National security officials always worry about spies and turncoats accessing classified and top-secret materials of the sort that were removed by the FBI from Mar-a-Lago in early August. A few years ago, two different Chinese women — one of them toting two passports and a thumb drive with malicious software — were arrested in separate instances after entering the Mar-a-Lago grounds while Trump was president.
The FBI reportedly took some documents from Trump’s private residence within the complex, which is heavily guarded by the Secret Service. But other papers recovered during the raid were said to have been in a basement area, which is flood-prone and on the north side of the complex, a less secure area.
The openness of Mar-a-Lago calls for a more comprehensive level of protection and deeper background checks, said Ed Martin, a former Treasury Department special agent.
“That’s his residence. She shouldn’t have been there” said Martin.
“The question is was it a fraud or an intelligence threat? The fact that we are asking this question is a problem.”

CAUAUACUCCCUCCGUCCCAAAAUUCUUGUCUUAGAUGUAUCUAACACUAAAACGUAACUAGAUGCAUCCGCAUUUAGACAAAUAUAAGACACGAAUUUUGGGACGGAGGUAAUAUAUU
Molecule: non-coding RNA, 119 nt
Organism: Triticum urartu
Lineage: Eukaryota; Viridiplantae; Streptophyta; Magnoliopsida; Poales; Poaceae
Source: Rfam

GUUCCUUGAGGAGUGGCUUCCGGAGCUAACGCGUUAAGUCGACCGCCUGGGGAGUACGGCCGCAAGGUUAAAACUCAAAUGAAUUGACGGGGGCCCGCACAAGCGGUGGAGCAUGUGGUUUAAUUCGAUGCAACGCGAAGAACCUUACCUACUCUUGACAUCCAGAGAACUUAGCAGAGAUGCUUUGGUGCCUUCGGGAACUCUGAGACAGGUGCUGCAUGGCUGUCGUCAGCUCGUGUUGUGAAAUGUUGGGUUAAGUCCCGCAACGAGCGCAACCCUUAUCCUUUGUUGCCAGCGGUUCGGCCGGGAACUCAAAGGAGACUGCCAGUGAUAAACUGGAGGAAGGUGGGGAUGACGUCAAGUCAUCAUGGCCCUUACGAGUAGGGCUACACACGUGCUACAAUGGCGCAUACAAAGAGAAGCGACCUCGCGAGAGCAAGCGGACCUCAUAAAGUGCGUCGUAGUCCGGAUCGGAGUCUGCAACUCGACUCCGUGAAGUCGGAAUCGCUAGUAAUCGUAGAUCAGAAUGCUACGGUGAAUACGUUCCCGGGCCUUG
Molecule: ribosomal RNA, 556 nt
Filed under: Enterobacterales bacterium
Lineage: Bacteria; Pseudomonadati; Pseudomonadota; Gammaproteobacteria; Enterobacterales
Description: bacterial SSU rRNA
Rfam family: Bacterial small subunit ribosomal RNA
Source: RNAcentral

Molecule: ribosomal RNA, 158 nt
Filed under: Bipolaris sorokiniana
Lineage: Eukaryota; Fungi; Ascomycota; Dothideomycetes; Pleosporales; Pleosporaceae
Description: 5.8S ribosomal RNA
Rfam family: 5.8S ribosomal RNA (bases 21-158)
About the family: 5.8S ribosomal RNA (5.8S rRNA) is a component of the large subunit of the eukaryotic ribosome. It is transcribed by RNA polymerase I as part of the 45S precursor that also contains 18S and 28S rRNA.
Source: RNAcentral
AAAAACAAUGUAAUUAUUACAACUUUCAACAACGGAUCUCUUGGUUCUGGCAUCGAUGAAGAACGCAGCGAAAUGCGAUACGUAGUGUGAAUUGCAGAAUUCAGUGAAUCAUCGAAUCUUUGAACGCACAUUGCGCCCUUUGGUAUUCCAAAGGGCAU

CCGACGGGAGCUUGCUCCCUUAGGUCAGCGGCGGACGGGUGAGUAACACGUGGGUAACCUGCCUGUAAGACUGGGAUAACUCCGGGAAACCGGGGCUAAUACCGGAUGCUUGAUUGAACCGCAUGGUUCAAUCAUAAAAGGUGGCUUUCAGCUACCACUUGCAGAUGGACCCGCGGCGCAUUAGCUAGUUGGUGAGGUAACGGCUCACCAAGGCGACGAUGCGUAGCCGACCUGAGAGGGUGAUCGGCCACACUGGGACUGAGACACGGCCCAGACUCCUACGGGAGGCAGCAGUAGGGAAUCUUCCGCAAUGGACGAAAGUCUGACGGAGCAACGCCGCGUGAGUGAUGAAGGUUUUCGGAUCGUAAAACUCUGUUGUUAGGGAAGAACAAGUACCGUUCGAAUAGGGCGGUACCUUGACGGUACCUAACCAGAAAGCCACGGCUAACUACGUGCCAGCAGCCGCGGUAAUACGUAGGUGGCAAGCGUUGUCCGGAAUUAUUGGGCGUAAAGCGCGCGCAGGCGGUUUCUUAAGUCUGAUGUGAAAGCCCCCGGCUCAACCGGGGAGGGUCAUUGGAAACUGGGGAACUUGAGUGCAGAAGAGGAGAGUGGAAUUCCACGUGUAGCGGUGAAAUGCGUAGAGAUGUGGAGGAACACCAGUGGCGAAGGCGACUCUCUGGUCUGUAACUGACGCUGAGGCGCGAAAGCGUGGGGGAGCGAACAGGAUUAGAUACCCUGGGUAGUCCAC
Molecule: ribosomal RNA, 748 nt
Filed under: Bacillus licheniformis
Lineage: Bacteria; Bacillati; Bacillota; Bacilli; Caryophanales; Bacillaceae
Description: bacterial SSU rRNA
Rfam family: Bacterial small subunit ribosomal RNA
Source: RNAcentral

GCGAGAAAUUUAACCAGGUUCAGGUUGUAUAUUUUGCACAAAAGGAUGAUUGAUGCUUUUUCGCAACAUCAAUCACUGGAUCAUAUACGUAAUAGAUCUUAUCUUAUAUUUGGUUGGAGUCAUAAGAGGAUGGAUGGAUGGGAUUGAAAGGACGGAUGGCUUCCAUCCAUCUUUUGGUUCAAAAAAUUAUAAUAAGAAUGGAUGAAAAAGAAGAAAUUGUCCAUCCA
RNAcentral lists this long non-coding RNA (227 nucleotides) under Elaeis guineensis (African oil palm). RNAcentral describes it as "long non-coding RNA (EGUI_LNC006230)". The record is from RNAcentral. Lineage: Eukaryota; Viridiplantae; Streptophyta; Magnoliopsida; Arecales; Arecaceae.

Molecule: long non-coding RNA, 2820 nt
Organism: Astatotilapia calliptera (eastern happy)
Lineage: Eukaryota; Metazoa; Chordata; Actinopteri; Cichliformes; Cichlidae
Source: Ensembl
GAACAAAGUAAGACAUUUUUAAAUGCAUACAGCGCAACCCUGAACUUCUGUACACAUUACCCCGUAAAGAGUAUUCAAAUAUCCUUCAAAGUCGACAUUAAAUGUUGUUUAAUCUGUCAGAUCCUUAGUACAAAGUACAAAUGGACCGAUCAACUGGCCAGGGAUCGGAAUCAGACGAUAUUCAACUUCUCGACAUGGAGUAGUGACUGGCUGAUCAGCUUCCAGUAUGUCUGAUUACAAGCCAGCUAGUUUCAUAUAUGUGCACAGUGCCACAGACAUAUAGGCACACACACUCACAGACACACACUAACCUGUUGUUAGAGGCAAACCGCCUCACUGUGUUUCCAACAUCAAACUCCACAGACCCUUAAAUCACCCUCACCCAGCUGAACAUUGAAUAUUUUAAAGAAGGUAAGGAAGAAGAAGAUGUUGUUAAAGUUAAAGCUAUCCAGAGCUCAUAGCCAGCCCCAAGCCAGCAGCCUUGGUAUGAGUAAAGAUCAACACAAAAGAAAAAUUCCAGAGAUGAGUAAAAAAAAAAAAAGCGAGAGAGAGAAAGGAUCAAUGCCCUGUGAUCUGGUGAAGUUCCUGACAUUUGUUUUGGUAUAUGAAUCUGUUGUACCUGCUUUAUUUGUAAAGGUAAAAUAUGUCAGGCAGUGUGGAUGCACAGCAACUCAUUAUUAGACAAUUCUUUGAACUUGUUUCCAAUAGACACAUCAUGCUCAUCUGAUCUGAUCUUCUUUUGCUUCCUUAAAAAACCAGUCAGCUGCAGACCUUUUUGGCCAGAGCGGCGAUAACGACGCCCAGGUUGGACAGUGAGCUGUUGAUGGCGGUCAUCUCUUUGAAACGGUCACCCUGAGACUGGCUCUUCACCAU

– Charles Marino, security consultant
Yashchyshyn drove into Mar-a-Lago multiple times. It’s unclear what identification she provided, if any, to Mar-a-Lago’s staff. The guest-services office there referred calls to the Trump Organization, and emails and voicemails to several executives there went unanswered.
A basic background check might have shown that her driver’s license bearing the Rothschild name appeared to be valid. But a more comprehensive check would have shown that no such person exists, said former Secret Service agent Ron T. Williams.
“To maintain the operational integrity of our work, we are unable to comment specifically concerning the means, methods or resources used to conduct our protective operations,” Steven Kopek, a Secret Service spokesman, said in a statement to OCCRP and the Post-Gazette. ”As it pertains to Mar-a-Lago, which is a private club, you will have to refer to organizers when it comes to who may have been allowed access to their facilities.”
It wasn’t until March 2022 that members of the Trump entourage appear to have discovered Yashchyshyn’s real identity.